Art by Marina Marinksy
"What did you say to him?"
My mother tugged at my arm, expecting an answer; and her fingers brushed against the uneven railroad tracks on my wrist. Her fingers derailed like trains crash when they run on poorly constructed tracks. She shuddered and I instinctively pulled my arm back.
Earlier that evening, she had met with two teachers of mine who told her that I needed to see a therapist. I had tried reaching out by talking to one of them, and he had suggested that I indirectly let my parents know about this. I was not allowed to witness the meeting, but I couldn't have controlled any of the damage by being present anyway; so my absence made no difference. "What did you say to him?" I took a deep breath and tried to brace myself for the chaos that was about to ensue.
"I said that I no longer feel like living."
She gave me a long, empty stare as these words fell on her ears, and perhaps lingered for a moment there, before shattering her soul. She made a heavy effort to get up and slowly walked back to her room. I followed her and watched her lie down on the bed. She started crying inconsolably and I was certainly not in a position to say anything, possibly for many weeks to come.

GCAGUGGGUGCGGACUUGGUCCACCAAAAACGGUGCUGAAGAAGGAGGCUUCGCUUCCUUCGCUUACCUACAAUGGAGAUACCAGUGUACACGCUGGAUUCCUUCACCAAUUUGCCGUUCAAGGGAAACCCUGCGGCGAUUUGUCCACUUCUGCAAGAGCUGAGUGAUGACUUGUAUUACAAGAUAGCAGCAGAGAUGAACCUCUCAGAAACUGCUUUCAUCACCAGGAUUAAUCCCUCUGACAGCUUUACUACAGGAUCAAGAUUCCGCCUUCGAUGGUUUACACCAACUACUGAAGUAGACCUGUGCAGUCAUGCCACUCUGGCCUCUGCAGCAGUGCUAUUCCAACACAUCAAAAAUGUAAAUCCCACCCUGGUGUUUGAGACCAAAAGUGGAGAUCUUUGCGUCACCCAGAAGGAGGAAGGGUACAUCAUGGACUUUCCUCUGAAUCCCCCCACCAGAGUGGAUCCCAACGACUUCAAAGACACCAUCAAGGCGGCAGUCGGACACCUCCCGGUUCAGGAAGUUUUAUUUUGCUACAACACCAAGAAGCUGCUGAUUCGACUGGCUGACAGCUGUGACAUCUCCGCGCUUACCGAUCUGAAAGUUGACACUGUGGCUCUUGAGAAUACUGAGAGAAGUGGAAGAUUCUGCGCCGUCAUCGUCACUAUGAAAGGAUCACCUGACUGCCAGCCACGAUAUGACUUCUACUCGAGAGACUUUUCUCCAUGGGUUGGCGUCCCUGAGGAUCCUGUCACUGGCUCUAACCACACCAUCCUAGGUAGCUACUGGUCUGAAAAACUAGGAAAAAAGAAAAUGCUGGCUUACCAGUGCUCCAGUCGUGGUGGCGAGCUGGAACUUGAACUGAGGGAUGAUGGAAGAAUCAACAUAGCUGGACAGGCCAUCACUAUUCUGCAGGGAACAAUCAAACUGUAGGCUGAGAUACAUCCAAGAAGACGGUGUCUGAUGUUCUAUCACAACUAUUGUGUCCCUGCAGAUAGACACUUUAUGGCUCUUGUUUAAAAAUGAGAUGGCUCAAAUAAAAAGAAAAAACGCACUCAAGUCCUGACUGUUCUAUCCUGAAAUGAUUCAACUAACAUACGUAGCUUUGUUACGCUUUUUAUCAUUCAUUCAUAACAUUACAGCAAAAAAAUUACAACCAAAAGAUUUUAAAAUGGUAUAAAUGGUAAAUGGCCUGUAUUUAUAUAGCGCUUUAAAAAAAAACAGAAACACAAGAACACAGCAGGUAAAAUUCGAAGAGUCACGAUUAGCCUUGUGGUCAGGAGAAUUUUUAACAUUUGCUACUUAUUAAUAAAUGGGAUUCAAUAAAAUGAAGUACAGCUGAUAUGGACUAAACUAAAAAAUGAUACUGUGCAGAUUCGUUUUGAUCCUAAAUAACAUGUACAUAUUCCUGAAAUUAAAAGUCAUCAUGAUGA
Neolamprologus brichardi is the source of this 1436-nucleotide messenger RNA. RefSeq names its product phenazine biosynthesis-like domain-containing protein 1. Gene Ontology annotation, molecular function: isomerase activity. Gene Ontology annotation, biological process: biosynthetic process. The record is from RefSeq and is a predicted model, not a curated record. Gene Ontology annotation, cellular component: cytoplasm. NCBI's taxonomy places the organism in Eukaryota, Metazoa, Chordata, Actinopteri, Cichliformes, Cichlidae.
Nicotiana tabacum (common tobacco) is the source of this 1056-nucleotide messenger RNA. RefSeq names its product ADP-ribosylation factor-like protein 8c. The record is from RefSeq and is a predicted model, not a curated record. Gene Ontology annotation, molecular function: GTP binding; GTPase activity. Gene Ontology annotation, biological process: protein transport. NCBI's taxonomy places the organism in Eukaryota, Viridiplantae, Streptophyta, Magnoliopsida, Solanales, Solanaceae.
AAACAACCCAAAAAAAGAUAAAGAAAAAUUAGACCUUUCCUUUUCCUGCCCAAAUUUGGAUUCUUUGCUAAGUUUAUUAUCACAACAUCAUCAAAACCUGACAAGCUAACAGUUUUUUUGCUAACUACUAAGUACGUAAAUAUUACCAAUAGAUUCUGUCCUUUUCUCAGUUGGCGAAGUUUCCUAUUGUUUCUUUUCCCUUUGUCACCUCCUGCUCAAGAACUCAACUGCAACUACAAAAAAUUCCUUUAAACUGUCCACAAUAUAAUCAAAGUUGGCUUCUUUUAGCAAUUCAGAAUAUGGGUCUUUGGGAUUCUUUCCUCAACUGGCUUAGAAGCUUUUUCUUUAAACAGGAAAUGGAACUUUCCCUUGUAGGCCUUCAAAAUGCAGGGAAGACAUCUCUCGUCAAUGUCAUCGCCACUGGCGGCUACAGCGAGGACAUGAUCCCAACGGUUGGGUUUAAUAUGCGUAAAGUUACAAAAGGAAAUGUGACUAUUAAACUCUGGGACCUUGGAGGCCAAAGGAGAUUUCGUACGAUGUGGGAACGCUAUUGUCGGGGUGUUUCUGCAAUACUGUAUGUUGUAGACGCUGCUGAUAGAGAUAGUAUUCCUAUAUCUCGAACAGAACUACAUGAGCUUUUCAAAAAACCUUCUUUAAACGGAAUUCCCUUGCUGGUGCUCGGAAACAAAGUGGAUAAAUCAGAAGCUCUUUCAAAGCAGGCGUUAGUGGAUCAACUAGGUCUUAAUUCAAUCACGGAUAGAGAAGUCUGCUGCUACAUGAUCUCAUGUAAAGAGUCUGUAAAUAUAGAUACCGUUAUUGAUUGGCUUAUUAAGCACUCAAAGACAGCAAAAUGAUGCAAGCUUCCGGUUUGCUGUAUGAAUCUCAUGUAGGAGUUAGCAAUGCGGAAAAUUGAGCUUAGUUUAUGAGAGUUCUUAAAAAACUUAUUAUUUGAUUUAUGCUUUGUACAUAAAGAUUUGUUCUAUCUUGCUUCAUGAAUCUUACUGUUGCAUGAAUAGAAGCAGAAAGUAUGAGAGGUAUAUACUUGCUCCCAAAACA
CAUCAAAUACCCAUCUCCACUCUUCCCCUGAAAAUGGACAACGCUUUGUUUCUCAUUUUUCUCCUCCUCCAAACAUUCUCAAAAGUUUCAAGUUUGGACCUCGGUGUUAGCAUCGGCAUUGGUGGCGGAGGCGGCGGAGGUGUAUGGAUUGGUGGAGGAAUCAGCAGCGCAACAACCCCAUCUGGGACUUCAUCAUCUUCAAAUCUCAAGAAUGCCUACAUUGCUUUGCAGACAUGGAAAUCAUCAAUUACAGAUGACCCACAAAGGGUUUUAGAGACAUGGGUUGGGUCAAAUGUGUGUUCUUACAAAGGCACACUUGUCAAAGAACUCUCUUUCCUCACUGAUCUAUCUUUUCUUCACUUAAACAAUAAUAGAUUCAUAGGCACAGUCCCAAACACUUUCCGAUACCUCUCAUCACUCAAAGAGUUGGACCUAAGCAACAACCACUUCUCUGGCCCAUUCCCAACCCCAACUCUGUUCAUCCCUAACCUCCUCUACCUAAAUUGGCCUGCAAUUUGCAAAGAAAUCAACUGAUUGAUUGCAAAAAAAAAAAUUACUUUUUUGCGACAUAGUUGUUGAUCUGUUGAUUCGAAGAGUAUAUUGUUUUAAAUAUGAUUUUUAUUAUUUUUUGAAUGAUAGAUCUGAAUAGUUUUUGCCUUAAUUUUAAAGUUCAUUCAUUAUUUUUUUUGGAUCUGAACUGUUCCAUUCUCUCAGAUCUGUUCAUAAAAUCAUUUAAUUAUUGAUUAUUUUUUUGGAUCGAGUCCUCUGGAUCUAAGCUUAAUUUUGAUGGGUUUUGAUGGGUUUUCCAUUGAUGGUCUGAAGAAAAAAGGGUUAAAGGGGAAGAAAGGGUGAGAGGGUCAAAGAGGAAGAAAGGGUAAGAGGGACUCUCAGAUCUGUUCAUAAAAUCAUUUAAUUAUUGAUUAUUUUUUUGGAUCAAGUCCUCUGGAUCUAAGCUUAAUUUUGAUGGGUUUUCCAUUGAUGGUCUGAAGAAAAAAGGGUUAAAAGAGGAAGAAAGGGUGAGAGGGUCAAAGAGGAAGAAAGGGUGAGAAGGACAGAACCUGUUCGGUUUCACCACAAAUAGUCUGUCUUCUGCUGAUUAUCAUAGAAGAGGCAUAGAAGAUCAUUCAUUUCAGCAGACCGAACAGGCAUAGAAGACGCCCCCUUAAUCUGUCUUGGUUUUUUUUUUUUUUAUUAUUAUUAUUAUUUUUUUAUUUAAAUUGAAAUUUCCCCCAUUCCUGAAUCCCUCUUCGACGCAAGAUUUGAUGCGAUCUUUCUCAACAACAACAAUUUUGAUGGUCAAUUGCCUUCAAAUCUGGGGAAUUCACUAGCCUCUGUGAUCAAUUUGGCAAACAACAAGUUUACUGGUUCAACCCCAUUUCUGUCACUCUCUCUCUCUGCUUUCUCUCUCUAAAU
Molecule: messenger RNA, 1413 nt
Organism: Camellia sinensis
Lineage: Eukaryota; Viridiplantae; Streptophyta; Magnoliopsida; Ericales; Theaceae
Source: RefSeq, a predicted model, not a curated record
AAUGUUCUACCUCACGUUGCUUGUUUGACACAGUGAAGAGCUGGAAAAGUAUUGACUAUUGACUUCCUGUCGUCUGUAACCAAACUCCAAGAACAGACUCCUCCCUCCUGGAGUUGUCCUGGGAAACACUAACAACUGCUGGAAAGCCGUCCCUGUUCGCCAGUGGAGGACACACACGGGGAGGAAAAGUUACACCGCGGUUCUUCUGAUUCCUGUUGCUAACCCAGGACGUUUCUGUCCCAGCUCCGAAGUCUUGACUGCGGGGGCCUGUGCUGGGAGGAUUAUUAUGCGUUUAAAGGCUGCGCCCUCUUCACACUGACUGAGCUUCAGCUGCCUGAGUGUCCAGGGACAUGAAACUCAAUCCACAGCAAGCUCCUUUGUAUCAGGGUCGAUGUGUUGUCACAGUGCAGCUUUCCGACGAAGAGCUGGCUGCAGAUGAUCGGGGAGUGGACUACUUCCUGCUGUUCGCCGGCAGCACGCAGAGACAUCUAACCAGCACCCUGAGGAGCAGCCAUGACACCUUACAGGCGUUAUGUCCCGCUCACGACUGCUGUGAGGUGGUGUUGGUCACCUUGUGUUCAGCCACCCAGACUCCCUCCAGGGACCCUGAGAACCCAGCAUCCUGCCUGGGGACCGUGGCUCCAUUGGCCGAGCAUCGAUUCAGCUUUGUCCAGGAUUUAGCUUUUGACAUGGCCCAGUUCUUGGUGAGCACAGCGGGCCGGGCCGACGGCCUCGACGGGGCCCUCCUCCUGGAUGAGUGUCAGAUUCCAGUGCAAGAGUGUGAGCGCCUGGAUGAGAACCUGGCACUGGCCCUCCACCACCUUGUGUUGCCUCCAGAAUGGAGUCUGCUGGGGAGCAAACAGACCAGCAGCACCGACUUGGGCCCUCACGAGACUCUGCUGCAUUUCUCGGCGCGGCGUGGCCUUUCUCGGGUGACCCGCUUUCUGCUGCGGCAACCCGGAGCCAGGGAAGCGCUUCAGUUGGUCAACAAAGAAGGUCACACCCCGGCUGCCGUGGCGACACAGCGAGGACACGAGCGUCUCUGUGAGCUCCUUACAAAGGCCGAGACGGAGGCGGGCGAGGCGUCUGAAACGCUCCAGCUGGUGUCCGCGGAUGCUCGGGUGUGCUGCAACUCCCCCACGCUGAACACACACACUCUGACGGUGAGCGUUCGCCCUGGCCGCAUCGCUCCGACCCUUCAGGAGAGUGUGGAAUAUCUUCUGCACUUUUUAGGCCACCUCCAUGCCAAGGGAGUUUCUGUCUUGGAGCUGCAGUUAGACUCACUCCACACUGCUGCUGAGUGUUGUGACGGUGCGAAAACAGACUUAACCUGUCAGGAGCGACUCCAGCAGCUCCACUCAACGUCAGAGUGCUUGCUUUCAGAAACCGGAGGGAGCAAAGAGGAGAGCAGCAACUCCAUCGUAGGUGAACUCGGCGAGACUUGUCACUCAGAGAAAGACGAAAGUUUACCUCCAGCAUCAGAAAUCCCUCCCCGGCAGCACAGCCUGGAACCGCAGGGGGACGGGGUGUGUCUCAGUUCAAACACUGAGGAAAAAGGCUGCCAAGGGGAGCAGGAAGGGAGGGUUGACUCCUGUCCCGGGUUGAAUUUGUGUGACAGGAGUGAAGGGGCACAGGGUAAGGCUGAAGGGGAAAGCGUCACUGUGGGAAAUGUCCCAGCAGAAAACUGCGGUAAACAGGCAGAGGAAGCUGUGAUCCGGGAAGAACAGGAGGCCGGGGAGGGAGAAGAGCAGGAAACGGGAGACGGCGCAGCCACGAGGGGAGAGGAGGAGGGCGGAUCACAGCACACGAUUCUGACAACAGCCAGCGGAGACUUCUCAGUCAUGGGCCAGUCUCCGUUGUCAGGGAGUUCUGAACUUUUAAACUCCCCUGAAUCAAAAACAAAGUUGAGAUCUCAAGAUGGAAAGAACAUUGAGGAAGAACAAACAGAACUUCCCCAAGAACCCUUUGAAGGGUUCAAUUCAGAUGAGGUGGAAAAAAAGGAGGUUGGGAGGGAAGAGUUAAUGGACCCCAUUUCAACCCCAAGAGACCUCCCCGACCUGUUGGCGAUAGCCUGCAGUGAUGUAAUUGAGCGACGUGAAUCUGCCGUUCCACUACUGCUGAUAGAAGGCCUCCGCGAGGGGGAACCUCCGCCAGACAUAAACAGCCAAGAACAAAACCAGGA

"When you were a kid, I once had an ugly fight and stormed out of the house. I didn't know where to go but my feet took me to a railway track. The only thing that made me come back was the compelling thought of you and your sister."
Railtracks; where it all started and where it all ended...railtracks carved on my hand. I sank to the floor at the foot of the bed. Nothing had ever made sense, but this was an addition to all the things I couldn't comprehend. I started to phase out her voice. The coldness of the floor was seeping into me, turning my bones cold. I was slowly going numb.
I wanted her to go numb too; that would be better than burning in so much pain, pain that I gifted her. Dusk was lingering around us. And somewhere, far away, a train was whistling.
Follow Vaishnavi's writing here.